Greece  8 – 8  Italy
  • August 10
Japan  9 – 8  Brazil
Italy  16 – 9  Greece
Greece  10 – 9  China

Final Ranking

RANK TEAM
Med 1.png  Yugoslavia
Med 2.png  United States
Med 3.png  West Germany
4.  Spain
5.  Australia
6.  Netherlands
7.  Italy
8.  Greece
9.  China
10.  Canada
11.  Japan
12.  Brazil
 1984 Men's Olympic Champions 

Yugoslavia
Second title

Team rosters

 Australia

Michael Turner, Richard Pengelley, Robert Bryant, Peter Montgomery, Russell Sherwell, Andrew Kerr, Raymond Mayers, Charles Turner, Martin Callaghan, Christopher Wybrow, Russell Basser, Julian Muspratt, and Glenn Townsend.

 Brazil

Roberto Borelli, Orlando Chaves, Paulo Abreu, Carlos Carvalho, Silvio Manfredi, Solon Santos, Ricardo Tonieto, Eric Tebbe Borges, Mario Souto, Mario Sergio Lotufo, Fernando Carsalade, Helio Silva, and André Campos.

 Canada

Rick Zayonc, Alexander Juhasz, George Gross, Sylvain Huet, John Anderson, Paul Pottier, Simon De-Schamps, Brian Collyer, Bill Meyer, Rene Bol, Gordon Vantol, Geoff Brown, and Dominique Dion.

 China

Deng Jun, Wang Xiaotian, Bong Weigang, Li Jianming, Huang Ying, Cai Tianxiong, Qu Baowei, Zhao Bilong, Chen Zhixiong, Cai Shengliu, Pan Shenghua, Huang Long, and Guan Shishi.

 Greece

Ioannis Vossos, Spyros Capralos, Sotirios Stathakis, Andreas Gounas, Kiriakos Giannopoulos, Aristidis Kefalogiannis, Anastasios Papanastasiou, Dimitrios Seletopoulos, Antonios Aronis, Markellos Sitarenios, George Mavrotas, Xenofon Moudatsios, and Stavros Giannopoulos.

 Italy

Roberto Gandolfi, Alfio Misaggi, Andrea Pisano, Antonello Steardo, Mario Fiorillo, Gianni de Magistris, Marco Galli, Marco d’Altrui, Marco Baldineti, Vincenzo d’Angelo, Romeo Collina, Stefano Postiglione, and Umberto Panerai.

 Japan

Etsuji Fujita, Yoshifumi Saito, Koshi Fujimori, Shingo Kai, Narihito Taima, Daisuke Houki, Toshio Fukumoto, Toshiyuki Miyahara, Hisayoshi Nagata, Koji Wakayoshi, Hisaharu Saito, Shinji Yamasaki, and Asami Oura.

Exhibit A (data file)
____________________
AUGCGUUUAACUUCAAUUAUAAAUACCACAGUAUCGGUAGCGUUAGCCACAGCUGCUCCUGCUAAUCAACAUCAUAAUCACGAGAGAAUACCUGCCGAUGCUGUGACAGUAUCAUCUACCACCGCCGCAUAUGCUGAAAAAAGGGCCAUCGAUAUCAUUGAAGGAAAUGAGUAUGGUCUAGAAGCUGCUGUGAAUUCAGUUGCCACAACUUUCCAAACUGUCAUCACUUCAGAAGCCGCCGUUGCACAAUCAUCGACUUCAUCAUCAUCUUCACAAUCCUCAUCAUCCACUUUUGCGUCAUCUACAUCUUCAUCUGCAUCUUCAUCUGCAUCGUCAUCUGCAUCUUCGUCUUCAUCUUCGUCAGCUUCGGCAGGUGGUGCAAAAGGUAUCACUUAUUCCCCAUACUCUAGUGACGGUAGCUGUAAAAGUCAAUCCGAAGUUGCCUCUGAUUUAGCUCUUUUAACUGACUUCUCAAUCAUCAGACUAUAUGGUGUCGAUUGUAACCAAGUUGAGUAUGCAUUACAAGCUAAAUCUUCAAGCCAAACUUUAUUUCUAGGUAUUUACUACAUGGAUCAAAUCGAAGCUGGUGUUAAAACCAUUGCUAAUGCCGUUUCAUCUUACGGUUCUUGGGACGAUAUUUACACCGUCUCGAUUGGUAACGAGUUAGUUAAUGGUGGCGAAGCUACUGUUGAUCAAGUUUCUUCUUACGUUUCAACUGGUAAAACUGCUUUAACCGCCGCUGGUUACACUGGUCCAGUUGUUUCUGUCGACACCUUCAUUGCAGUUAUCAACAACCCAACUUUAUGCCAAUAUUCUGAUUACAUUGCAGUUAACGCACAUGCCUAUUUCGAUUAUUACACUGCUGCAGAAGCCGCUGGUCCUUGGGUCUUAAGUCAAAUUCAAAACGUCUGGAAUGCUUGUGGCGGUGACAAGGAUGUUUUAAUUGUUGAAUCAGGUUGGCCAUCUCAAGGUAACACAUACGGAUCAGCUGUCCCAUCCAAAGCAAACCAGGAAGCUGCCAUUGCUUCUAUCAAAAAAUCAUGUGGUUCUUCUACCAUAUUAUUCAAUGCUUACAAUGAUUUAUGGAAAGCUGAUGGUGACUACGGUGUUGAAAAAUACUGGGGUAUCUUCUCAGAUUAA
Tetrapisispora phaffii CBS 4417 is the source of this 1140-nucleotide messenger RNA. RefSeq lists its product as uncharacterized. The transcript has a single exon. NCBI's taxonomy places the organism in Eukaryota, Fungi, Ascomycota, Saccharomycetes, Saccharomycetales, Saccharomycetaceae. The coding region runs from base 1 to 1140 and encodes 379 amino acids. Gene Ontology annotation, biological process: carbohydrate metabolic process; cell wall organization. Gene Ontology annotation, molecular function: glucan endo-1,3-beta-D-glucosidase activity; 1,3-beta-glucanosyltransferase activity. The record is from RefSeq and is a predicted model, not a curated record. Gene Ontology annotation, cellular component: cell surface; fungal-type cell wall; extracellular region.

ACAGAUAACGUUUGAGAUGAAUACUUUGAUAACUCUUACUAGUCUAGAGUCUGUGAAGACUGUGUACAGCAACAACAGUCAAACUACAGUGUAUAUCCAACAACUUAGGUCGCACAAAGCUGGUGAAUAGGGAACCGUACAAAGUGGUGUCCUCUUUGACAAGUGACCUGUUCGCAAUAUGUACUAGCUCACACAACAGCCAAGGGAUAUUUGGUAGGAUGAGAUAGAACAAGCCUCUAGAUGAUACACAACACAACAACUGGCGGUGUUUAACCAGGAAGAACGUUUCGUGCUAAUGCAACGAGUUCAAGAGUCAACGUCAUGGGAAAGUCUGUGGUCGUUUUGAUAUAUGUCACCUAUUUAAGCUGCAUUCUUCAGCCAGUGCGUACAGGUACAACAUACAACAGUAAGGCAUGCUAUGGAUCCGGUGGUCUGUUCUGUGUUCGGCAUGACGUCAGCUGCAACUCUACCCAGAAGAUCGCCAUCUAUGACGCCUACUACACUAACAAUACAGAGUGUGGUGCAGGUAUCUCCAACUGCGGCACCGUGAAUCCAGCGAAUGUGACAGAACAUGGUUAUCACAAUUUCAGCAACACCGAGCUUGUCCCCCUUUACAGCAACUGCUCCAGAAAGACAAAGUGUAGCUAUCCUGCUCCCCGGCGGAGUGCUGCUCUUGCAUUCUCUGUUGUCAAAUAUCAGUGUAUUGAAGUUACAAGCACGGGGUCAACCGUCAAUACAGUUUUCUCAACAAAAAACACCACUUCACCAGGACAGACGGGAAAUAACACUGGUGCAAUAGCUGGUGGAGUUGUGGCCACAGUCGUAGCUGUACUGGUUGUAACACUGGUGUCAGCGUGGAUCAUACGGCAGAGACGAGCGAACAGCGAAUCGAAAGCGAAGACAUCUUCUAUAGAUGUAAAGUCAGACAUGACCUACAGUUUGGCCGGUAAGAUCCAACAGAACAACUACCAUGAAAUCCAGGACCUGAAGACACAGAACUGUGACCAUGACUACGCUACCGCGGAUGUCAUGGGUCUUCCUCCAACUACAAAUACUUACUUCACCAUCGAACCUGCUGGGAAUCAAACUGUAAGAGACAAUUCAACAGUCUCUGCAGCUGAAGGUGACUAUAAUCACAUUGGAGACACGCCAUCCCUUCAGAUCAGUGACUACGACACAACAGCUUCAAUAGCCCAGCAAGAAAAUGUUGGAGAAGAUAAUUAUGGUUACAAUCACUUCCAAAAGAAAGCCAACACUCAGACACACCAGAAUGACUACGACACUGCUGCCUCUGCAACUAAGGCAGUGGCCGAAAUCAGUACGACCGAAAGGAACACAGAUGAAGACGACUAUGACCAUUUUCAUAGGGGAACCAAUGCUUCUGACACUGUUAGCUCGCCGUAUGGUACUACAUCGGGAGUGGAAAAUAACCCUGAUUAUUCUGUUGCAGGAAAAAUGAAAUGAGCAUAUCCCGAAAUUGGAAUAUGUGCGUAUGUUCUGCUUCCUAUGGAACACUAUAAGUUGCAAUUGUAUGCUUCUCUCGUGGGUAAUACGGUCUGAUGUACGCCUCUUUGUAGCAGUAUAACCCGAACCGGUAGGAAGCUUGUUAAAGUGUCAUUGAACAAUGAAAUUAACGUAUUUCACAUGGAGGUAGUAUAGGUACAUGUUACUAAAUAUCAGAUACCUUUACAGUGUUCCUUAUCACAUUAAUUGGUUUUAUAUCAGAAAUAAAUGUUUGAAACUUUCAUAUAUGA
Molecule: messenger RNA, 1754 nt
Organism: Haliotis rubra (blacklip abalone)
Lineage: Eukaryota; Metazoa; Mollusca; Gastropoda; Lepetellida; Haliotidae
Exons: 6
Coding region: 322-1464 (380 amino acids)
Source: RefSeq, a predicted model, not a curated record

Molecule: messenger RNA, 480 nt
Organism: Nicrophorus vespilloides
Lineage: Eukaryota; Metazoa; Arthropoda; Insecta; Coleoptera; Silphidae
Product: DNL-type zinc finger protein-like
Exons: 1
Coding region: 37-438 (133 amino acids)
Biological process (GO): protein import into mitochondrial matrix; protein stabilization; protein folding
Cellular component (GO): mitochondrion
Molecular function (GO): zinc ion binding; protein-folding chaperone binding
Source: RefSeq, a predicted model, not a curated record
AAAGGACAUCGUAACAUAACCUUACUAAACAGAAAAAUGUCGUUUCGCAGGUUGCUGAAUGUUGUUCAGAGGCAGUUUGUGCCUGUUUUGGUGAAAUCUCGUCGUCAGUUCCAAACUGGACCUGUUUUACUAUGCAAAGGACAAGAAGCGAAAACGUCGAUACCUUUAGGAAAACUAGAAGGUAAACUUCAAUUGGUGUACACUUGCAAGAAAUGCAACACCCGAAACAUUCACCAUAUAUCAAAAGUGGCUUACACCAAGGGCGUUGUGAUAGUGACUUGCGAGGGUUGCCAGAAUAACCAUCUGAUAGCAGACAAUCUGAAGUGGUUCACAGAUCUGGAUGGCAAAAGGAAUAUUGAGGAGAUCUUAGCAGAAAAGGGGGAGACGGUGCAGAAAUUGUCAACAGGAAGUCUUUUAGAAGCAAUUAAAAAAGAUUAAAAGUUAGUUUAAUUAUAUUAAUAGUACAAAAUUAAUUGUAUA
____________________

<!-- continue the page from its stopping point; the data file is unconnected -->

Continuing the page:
Netherlands

Johan Aantjes, Stan van Belkum, Wouly de Bie, Ton Buunk, Ed van Es, Anton Heiden, Nico Landeweerd, Aad van Mil, Ruud Misdorp, Dick Nieuwenhuizen, Eric Noordegraaf, Roald van Noort, and Remco Pielstroom.

 Spain

Leandro Ribera, José Morillo, Felix Fernandez, Alberto Canal, Manuel Estiarte, Pedro Robert, Rafael Aguilar, Jorge Signes, Antonio Aguilar, Jorge Carmona, Jorge Sans, Jorge Neira, and Mariano Moya.

 United States

Craig Wilson, Kevin Robertson, Gary Figueroa, Peter Campbell, Douglas Burke, Joseph Vargas, Jon Svendsen, John Siman, Andrew McDonald, Terry Schroeder, Jody Campbell, Timothy Shaw, and Christopher Dorst.

 West Germany

Peter Röhle, Thomas Loebb, Frank Otto, Rainer Hoppe, Armando Fernández, Thomas Huber, Jürgen Schroder, Rainer Osselmann, Hagen Stamm, Roland Freund, Dirk Theismann, and Werner Obschemikat.

 Yugoslavia

Milorad Krivokapić, Deni Lušić, Zoran Petrović, Božo Vuletić, Veselin Đuho, Zoran Roje, Milivoj Bebić, Perica Bukić, Goran Sukno, Tomislav Paškvalin, Igor Milanović, Dragan Andrić, and Andrija Popović.

See also

References